My Department maintains close and continuing contact with the building societies on a wide range of topics, including interest rates. At the present time we attach particular importance to stabilisation of mortgage funds. The appropriate level of mortgage interest rates has to be judged both in terms of that objective and in relation to other interest rates generally.
I thank the right hon. Gentleman for that reply. However, does not he think that the reduction in interest rates coupled with the large inflows of funds to the societies means that some positive steps could be taken either by the societies or by the Government, or both? In view of the simultaneous rise in mortgage rates which people with local authority mortgages are having to pay, if the right hon. Gentleman cannot get the building societies to help him to reduce rates will be discuss with them a posssible reallocation of the sums of public money available, so that money could be made available to local authorities for a reduction in interest rates for people who have local authority mortgages?
On the latter part of that question, following the discussion about Section 105—indeed, the previous Question—I shall be asking the building societies tomorrow to enter into discussions with local authorities to try to make good the shortfall in local authority lending involved in the switch of £100 million. On the first part of the question, the real difficulty is that if the societies were to reduce the mortgage rate below 11 per cent. they would certainly have to reduce the investment rate below 7 per cent., to which they have in any case reduced it. We think that if they were to reduce their investment rate below that figure of 7 per cent. we should begin to jeopardise the flow of mortgage money this year. We are not prepared to do that.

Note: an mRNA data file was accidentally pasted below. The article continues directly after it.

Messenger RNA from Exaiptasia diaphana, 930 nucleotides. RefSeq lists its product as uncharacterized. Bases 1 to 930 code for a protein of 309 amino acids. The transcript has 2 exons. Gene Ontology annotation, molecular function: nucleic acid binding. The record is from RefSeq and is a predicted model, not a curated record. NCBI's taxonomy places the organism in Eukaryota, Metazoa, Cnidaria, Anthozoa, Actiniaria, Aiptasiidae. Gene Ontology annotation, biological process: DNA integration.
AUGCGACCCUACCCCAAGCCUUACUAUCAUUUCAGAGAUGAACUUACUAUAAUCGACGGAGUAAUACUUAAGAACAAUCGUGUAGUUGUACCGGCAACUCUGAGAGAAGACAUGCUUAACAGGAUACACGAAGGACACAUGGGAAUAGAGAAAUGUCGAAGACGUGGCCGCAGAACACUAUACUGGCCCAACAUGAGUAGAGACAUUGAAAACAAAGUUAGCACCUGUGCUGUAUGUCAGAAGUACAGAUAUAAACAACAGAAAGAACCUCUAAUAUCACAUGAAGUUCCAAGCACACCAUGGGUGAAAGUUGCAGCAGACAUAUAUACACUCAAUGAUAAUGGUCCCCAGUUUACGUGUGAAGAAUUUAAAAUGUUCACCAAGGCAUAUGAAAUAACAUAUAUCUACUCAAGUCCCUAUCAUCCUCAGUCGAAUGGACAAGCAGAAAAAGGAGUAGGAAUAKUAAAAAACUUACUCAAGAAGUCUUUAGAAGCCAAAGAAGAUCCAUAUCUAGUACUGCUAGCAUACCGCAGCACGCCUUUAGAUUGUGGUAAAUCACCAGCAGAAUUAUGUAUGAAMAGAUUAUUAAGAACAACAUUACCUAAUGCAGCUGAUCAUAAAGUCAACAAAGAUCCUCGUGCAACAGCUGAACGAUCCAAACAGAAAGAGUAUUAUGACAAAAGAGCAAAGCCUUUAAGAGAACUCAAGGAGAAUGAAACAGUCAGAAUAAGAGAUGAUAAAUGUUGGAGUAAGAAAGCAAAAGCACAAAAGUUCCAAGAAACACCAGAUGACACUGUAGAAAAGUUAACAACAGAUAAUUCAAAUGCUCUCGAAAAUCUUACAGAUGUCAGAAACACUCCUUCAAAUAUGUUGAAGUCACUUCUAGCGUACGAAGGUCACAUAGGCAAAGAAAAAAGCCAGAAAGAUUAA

May I draw my right hon. Friend's attention to the plight of those who have a mortgage from a local authority? It is a matter of real urgency. In my local authority, from 1st June these people are likely to be faced with a 13½ per cent. interest rate, which is some 2 per cent. higher than—
I am aware of this problem. There are altogether some 50 authorities charging a mortgage rate higher than 11 per cent. I should dearly like to do something immediately for those authorities in that situation. I fear however, that I have not found the answer to this problem. I am not in a position to give an additional subsidy to local authorities in order to cover this point, and the sort of loan we gave to building societies last year, which is now very nearly repaid, would not assist. Sadly, I cannot pretend that I have yet found the answer to this problem.
Does not the Secretary of State agree that what militates against the lowering of the building societies' lending rate is not their borrowing rate, which is highly competitive today with bank deposit rates, but the effect that the Budget has had on the composite rate of tax payable by building societies, which has risen considerably, preventing building societies from lowering their lending rate? Should not that be the area in which the Government give assistance?
I am surprised to find the hon. Gentleman advocating a further Government subsidy. The fact is that the two successive increases over the last 12 months in the composite rate have been covered, as far as the building societies are concerned, by the reduction in their borrowing rate to 7 per cent., which has restored the margin upon which they were operating a year ago. I am afraid the problem is not as simple as the hon. Gentleman suggests.